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Right to reject insufficient to register protest

Now that the apex court has allowed us to press the none-of-the-above button in EVMs, it is too small a symbol to register our protest against a bigger systemic malaise. Prasenjit Chowdhury writes.

india Updated: Oct 17, 2013 01:39 IST
Prasenjit Chowdhury
Prasenjit Chowdhury
Hindustan Times
none of the above button,right to reject,supreme court

It is quite instructive to see how and when the otherwise bickering political parties seem to join in a bond of solidarity, particularly when to comes to issues of self-preservation. The Central Information Commission knew it well when it sought to bring political parties under the ambit of the RTI Act.

Without the storm trooping of the Congress vice-president Rahul Gandhi and President Pranab Mukherjee’s ‘reservations’ on the proposed enactment, it is almost certain that the Cabinet would have gone ahead with promulgating the Representation of the People (Amendment and Validation) Ordinance, 2013.

Years before Rahul Gandhi, Nehru wanted to hang corrupt and black marketeers from the nearest lamp post. Former PM AB Vajpayee once declared his electoral fight in Bihar as a fight against criminalisation of politics.

President K R Narayanan’s fiat was along a line a self-purification, holistic in the hope that political parties should refrain from giving tickets to candidates with criminal background to curb criminalisation of politics effectively. The Vohra Committee reported nearly 20 years back that a mafia network was virtually running a parallel government in India.

The rub is, in realpolitik criminals are central to the electoral mechanism and that the changes likely to be forged in the system are only cosmetic. Thus, we got MPs like Mohammad Sahabuddin for four successive terms from Siwan in Bihar on an RJD ticket.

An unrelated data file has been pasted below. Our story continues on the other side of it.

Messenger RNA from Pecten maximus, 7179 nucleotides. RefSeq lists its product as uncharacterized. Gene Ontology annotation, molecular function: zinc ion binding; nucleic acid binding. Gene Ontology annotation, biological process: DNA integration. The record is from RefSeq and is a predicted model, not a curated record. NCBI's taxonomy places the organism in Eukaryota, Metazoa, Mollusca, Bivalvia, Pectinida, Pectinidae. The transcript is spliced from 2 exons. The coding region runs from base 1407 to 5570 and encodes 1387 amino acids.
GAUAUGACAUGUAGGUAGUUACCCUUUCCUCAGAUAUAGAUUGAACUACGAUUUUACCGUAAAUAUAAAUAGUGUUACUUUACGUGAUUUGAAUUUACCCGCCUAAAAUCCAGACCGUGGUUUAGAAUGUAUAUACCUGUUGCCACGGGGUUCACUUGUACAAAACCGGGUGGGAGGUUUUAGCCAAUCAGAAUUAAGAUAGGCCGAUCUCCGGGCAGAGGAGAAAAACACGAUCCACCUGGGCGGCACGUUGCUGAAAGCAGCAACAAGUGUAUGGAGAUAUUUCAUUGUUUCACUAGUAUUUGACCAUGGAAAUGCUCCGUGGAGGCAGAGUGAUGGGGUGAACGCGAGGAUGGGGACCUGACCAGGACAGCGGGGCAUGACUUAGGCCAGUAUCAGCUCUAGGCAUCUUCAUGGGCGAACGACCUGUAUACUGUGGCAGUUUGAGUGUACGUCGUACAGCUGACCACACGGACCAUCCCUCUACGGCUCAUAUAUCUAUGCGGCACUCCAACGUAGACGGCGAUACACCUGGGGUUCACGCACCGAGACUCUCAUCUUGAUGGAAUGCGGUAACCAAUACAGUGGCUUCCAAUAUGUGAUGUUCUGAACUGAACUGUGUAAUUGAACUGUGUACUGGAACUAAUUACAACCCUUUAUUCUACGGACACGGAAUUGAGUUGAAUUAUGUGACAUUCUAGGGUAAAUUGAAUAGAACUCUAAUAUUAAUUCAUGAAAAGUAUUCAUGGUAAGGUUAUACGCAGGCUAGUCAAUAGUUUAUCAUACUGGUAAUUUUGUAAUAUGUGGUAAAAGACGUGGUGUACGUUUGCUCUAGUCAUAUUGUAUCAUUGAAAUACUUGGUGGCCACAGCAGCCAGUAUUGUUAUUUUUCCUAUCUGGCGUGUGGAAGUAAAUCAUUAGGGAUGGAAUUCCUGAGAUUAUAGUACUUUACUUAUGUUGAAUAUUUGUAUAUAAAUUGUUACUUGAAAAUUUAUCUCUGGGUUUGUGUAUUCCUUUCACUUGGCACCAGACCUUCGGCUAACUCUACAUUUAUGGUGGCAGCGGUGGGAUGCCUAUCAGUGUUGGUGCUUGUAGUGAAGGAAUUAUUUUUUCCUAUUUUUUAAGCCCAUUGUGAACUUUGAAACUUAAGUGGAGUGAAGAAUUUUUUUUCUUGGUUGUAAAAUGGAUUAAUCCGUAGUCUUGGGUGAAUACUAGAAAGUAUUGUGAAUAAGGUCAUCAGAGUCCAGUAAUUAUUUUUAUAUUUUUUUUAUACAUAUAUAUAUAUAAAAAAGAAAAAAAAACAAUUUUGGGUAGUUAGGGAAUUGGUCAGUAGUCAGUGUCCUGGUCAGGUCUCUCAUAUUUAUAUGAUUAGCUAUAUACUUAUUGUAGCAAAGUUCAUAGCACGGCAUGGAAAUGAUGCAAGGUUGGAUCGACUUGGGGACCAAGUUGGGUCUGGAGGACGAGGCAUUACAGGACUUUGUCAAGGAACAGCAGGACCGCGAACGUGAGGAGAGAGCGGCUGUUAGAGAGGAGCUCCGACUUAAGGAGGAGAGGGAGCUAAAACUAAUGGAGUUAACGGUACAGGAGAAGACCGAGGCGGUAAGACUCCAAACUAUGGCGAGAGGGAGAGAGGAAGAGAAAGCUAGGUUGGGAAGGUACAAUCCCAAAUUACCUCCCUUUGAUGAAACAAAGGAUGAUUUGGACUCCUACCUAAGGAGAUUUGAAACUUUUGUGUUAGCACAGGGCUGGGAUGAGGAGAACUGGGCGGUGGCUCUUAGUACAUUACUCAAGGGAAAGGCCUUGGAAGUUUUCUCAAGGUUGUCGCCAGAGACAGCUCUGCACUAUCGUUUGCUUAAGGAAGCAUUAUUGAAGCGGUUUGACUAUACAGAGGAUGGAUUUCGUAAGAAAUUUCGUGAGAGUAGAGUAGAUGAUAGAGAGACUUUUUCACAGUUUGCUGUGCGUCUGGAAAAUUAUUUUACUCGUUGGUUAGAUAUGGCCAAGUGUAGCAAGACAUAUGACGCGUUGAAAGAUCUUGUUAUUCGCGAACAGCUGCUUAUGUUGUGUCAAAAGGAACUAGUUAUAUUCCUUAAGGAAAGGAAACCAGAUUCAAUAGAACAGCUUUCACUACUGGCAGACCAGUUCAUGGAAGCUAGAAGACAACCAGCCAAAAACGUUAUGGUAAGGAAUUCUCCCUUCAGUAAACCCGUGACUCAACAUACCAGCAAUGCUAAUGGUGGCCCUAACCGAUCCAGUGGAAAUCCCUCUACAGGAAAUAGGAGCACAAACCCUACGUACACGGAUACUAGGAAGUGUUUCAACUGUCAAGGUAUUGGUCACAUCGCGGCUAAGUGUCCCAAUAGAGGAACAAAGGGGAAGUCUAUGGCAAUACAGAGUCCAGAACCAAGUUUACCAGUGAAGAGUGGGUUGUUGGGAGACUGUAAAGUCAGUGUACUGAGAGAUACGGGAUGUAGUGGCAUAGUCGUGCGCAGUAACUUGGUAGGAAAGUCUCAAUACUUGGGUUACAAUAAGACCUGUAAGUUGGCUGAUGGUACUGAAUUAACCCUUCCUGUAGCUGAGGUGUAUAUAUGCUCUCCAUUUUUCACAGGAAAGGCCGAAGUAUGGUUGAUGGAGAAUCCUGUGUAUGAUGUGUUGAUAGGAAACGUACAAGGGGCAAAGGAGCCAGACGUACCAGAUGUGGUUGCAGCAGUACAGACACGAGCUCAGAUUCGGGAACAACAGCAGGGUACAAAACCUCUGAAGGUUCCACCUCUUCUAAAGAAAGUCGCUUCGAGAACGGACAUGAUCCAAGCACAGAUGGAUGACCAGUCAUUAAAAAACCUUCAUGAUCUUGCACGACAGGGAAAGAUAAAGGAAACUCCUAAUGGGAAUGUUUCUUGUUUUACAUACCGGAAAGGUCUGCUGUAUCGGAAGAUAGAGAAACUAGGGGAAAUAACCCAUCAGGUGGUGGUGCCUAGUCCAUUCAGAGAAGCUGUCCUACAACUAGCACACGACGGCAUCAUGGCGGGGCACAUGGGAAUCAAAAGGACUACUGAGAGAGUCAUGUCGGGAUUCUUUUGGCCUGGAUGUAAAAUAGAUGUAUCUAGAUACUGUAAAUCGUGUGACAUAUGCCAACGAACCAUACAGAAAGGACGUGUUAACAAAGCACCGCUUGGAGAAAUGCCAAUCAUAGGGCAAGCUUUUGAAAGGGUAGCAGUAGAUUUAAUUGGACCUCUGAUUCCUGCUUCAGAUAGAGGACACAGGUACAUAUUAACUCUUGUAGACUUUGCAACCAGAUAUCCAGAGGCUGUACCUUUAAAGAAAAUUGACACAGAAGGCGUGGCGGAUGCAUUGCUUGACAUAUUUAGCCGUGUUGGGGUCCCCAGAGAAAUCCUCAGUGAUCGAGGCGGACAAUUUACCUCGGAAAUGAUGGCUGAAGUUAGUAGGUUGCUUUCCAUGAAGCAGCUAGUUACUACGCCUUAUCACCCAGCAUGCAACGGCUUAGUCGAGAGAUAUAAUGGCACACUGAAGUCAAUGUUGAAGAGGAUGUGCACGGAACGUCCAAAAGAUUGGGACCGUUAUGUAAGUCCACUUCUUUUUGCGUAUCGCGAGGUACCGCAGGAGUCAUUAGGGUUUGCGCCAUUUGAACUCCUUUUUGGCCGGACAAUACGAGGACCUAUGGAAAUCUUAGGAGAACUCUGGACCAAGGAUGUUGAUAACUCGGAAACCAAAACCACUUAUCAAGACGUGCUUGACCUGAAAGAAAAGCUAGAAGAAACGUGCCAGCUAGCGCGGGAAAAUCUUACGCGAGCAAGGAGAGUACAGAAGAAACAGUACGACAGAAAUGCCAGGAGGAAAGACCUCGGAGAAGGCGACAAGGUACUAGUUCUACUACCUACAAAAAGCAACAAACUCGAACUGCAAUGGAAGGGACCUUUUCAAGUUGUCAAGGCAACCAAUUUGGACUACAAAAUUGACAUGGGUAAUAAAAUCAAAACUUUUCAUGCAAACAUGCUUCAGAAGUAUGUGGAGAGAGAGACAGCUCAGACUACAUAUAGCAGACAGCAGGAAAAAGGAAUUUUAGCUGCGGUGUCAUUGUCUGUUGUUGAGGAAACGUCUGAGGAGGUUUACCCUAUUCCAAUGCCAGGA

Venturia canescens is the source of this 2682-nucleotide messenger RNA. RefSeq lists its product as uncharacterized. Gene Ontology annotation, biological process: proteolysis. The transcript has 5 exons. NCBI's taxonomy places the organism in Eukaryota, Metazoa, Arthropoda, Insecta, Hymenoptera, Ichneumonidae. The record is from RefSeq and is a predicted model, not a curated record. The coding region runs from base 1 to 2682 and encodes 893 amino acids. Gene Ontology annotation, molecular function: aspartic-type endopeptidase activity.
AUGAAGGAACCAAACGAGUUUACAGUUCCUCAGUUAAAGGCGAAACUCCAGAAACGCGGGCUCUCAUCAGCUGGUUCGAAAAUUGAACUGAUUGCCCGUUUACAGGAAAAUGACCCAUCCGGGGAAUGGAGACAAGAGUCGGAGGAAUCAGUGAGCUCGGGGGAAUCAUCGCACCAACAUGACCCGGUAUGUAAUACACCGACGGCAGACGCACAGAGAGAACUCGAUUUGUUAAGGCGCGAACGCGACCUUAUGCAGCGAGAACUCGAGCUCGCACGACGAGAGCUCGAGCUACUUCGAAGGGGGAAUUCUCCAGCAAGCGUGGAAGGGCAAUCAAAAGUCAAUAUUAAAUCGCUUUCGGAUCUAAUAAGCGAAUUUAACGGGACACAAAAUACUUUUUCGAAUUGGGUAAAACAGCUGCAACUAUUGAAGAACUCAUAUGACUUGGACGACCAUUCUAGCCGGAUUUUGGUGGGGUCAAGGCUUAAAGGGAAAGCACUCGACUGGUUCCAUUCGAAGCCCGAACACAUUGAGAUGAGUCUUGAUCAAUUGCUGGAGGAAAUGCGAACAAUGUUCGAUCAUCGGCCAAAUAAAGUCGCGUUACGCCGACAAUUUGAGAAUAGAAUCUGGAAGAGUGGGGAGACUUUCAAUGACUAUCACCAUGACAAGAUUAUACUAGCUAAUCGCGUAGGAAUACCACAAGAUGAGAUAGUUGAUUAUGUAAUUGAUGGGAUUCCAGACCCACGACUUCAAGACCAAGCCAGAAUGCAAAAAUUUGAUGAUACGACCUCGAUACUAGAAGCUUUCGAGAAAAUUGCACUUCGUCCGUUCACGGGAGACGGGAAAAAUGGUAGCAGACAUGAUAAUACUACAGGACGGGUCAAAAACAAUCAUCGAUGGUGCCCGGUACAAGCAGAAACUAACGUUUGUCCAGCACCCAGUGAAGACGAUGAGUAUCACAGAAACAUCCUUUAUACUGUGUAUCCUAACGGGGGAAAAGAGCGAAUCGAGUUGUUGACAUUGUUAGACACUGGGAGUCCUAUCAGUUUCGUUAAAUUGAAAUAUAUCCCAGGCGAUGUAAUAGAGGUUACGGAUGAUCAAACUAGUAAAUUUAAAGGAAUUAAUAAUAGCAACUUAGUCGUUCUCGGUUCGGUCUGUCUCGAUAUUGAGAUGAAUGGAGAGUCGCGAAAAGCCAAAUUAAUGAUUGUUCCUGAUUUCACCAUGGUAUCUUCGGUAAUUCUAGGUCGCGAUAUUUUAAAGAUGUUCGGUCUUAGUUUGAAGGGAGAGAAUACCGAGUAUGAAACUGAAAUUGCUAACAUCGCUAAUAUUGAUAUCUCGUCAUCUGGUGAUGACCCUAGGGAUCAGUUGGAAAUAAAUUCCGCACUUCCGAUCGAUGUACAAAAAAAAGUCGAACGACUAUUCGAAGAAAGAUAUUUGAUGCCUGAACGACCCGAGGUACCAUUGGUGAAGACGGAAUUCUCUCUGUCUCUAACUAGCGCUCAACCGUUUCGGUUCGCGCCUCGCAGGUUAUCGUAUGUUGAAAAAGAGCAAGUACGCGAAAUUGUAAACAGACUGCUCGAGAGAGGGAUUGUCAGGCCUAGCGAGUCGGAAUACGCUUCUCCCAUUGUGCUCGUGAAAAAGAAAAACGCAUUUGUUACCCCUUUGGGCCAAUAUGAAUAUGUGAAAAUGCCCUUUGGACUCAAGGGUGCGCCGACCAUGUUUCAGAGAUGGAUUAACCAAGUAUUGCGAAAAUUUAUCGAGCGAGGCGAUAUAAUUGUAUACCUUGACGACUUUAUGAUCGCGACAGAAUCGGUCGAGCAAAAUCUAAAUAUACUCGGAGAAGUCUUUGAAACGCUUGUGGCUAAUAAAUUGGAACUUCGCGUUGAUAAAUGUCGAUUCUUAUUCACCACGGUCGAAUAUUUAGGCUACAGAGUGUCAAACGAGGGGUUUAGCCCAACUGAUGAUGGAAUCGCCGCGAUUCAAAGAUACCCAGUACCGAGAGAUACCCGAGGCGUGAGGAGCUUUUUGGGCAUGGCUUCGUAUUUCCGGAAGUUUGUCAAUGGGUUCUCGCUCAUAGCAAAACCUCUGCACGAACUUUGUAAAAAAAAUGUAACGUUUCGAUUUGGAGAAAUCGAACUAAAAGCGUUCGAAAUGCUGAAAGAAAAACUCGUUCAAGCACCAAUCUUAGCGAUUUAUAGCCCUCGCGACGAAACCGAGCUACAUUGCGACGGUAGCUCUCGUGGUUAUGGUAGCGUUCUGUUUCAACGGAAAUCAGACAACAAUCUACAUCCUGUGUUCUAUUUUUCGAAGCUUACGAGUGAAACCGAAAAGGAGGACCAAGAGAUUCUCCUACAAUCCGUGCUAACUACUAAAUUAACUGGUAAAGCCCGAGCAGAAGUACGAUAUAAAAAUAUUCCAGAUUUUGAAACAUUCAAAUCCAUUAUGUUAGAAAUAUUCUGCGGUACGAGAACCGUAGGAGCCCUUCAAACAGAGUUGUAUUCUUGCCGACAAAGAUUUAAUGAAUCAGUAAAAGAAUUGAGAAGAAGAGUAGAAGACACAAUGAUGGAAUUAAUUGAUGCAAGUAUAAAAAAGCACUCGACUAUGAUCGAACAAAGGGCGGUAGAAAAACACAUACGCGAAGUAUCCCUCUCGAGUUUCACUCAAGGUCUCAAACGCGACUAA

Or, Atiq Ahmad in the 14th Lok Sabha from Phulpur in Uttar Pradesh, who despite being acknowledged as one of the most powerful gangsters in the Allahabad region was allowed to contest in 2009 general elections. Or take the instance of Ashok Veer Vikram Singh aka Bhaiyya Raja, an unchallenged don for decades, but also a two-term former MLA from Madhya Pradesh, who, arrested for murder in the 1990s, decided to fight his first election from prison.

The Association for Democratic Reforms (ADR) and National Election Watch (NEW) reported that of 4,807 sitting MPs and MLAs, 1,460 (30%) have declared criminal cases against themselves in the self-sworn affidavits prior to contesting elections. The 2009 Jharkhand assembly had the inglorious record to lead the band with the highest percentage of elected representatives (74).

At the height of the fodder scam, Lalu Prasad continued to be perceived as the messiah of the poor. It is interesting that both Mohammad Shahabuddin and Mukhtar Ansari were known to have acquired a Robin Hood persona.

Relevantly, an ADR analysis for elections in the last decade shows that legislators mired in the heady mix of ‘politics, criminality and crores’ not only have a higher chance of re-contesting, they also have a better record in winning elections than candidates with a clean record.

When one sees that even Narendra Modi, projected as BJP’s PM candidate, dilly-dallies on sacking a tainted minister, or that the ordinance was about to be promulgated by the Congress core committee, one cannot but feel a sense of self-abnegation at the tolerance of our political top brass towards criminal politicians.

Are we to always choose the lesser evil? Now that the apex court has allowed us to press the none-of-the-above (NOTA) button in EVMs, it is too small a symbol to register our protest against a bigger systemic malaise.

Prasenjit Chowdhury is a Kolkata-based commentator
The views expressed by the author are personal

First Published: Oct 16, 2013 22:53 IST